Mining in Cornwall and Devon in the south west of England began in the early Bronze Age approximately 2150 BCE and ended with the South Crofty tin mine in Cornwall closing in 1998. Tin and later also copper were the most productive of the metals extracted: some tin mining continued long after mining of other metals had become unprofitable. However it was in the 19th century that mining reached its zenith, before foreign competition depressed the price of copper, and later tin, to a level that made Cornish ore unprofitable. The areas of Cornwall around Gwennap and St Day and on the coast around Porthtowan were among the richest mining areas in the world and at its height the Cornish tin mining industry had around 600 steam engines working to pump out the mines (many mines stretched out under the sea and some went down to great depths).

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By the middle and late 19th century, Cornish mining was in decline, and many Cornish miners emigrated to developing mining districts overseas, where their skills were in great demand: these included South Africa, Australia and North America. Cornish miners became dominant in the 1850s in the iron and copper districts of northern Michigan and Wisconsin in the United States, and later in mining regions across the globe. In the first 6 months of 1875 over 10,000 miners left Cornwall to find work overseas.

During the 20th century various ores became briefly profitable, and mines were reopened, but today none remain. Dolcoath mine, (Cornish for Old Ground), the ‘Queen of Cornish Mines’ was, at a depth of 3500 feet (1067 m), for many years the deepest mine in the world, not to mention one of the oldest before its closure in 1921. Indeed, the last working tin mine in Europe, South Crofty, was to be found near Camborne until its closure in March 1998. An attempt was made to reopen it but the mine was then abandoned. There were local media reports in September 2006 that South Crofty was being considered for re-opening as the price of tin had soared but the site was subject to a Compulsory Purchase Order (October 2006). On the wall outside the gate is some graffiti dating from 1999:

“Cornish lads are fishermen and Cornish lads are miners too. / But when the fish and tin are gone, what are the Cornish boys to do?”

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Cornish tin (and other) mines were at the very center of the Industrial Revolution in England seeing the development of increasingly efficient steam engines for pumping, and also the evolution of mineral railways – train lines running into the mines to haul ore out – which were well advanced before the idea was translated into commercial railways above ground.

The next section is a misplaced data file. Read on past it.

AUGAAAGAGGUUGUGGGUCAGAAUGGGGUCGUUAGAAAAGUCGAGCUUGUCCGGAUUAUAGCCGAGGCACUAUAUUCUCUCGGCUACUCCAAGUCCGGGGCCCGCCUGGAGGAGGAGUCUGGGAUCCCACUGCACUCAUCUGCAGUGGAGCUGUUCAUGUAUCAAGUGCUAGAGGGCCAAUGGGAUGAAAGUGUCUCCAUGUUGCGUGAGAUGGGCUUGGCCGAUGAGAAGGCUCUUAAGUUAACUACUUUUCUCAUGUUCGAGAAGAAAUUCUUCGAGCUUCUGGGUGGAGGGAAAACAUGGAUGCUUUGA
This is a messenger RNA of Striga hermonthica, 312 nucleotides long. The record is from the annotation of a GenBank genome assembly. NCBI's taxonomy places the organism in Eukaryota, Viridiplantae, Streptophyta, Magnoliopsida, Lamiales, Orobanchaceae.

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But with technological advancement came increasing exploitation of labor, and all the problems, social and economic, of industrial development.  These tales will have to wait for another time, however, because I want to focus on the quintessential miner’s lunch: the Cornish pasty.

Despite the modern pasty’s strong association with Cornwall, its exact origins are unclear. The English word “pasty” derives from Medieval French paste from  vulgar Latin pasta, meaning “a pie,” typically filled with venison, salmon or other meat, vegetables or cheese, and baked without a pie dish. Pasties have been mentioned in cookbooks throughout the ages; for example the earliest version of Le Viandier has been dated to around 1300 and contains several pasty recipes. In 1393, Le Menagier de Paris contains recipes for pasté with venison, veal, beef, or mutton.

Other early references to pasties include a 13th-century charter which was granted by Henry III (1207–1272) to the town of Great Yarmouth. The town is “bound to send to the sheriffs of Norwich every year one hundred herrings, baked in twenty four pasties, which the sheriffs are to deliver to the lord of the manor of East Carlton who is then to convey them to the King.” Around the same time, 13th century chronicler Matthew Paris wrote of the monks of St Albans Abbey “according to their custom, lived upon pasties of flesh-meat.” A total of 5,500 venison pasties were served at the installation feast of George Neville, archbishop of York and chancellor of England in 1465. They were even eaten by royalty, as a letter from a baker to Henry VIII’s third wife, Jane Seymour (1508–1537) confirms: “…hope this pasty reaches you in better condition than the last one…” In his diaries written in the mid 17th century, Samuel Pepys makes several references to his consumption of pasties, for instance “dined at Sir W. Pen’s … on a damned venison pasty, that stunk like a devil.”  However, after this period the use of the word “pasty” outside Cornwall declined.